Council orders new care team at 'unsatisfactory' nursing home
Council bosses are to place a new team of nurses, carers and managers into an Aberdeen nursing home which has been criticised over the service it provides.
Kingsmead Nursing Home was branded "unsatisfactory" in an earlier report by the Care Home Inspectorate.
Some staff were accused of not treating people with "dignity and respect".
The report ordered major improvements, but now Aberdeen City Council has confirmed it has intervened.
A spokesman said: "Aberdeen City Health and Social Care Partnership has put measures in place to deal with issues concerning the quality of care at the privately-run Kingsmead Care Home in Kingswells.
"Care Inspectorate inspectors visited the home this week and have told us that they have concerns around the services currently provided there.
"The safety and wellbeing of the home's residents is our paramount concern. We are therefore acting swiftly to place a new team of nurses, carers and care managers into the home to provide expert care for the residents.
"Our partner organisations, including NHS Grampian and independent sector care providers, are assisting us in this regard."
He added: "Family members and residents in the home can have confidence that continuity of service will be maintained at Kingsmead.
"This interim measure has been taken promptly. We will ensure a good standard of care and support in the home in the immediate term as we plan longer-term solutions.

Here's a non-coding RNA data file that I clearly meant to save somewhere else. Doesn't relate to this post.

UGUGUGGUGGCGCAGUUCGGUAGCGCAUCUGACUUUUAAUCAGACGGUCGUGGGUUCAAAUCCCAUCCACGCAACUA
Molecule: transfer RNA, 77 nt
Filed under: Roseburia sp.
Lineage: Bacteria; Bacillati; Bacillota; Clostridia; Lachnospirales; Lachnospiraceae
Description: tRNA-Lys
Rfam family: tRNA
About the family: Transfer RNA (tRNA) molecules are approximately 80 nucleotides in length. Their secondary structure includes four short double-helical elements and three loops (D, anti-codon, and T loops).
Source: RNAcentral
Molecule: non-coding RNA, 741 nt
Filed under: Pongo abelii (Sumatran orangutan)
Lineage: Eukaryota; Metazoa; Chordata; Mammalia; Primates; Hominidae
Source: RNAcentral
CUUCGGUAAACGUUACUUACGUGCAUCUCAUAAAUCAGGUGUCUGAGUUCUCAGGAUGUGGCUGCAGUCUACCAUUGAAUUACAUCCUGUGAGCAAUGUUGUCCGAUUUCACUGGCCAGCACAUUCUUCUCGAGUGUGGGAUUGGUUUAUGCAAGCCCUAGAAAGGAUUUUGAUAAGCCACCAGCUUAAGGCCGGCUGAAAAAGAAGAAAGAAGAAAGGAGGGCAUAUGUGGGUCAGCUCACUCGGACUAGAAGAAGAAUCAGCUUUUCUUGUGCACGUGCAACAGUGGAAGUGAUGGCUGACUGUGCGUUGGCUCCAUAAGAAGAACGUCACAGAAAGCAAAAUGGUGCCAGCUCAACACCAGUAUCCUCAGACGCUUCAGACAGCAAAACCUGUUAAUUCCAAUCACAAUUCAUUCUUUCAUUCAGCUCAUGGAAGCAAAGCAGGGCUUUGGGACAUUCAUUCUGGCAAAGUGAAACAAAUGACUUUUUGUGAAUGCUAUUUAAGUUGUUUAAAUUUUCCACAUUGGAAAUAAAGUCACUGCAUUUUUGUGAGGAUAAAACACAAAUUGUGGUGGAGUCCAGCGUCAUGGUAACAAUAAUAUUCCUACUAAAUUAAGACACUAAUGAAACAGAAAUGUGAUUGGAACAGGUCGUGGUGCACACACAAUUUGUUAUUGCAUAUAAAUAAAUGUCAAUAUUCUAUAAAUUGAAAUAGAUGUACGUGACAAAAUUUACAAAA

"We will keep families informed of our actions regularly. The welfare of the residents will be our primary concern throughout this process."
The Care Inspectorate report in February found that some residents had lost weight, with concerns being raised that their nutritional needs were not being met.
Family hits out at Kingsmead treatment
The family of an 84-year-old mother who had dementia told BBC Scotland that she was forcibly evicted from the care home after they complained about her treatment.
Mary Gray died in August last year, seven months after moving out of Kingsmead.
Mrs Gray's son David said: "She was evicted against the advice of her GP. We were treated as trouble-makers."
Mr Gray's wife Carol added: "It was disgusting. There were some very good staff. Sadly, I think some of them are no longer there."
Management said at the time that Mrs Gray was asked to leave because her son and daughter-in-law were "disruptive".
The report said that in some incidences, people were being treated like "objects".
Following the latest visit, the Care Inspectorate said they had identified "serious concerns about the quality of care in this home".
A spokesman said: "We have shared this with Aberdeen City Council and the Health and Care Inspectorate.
"We are working closely with them and considering all the powers open to us to protect people's health, safety and wellbeing."
The home can provide care for up to 55 older people, and up to 10 adults with learning disabilities.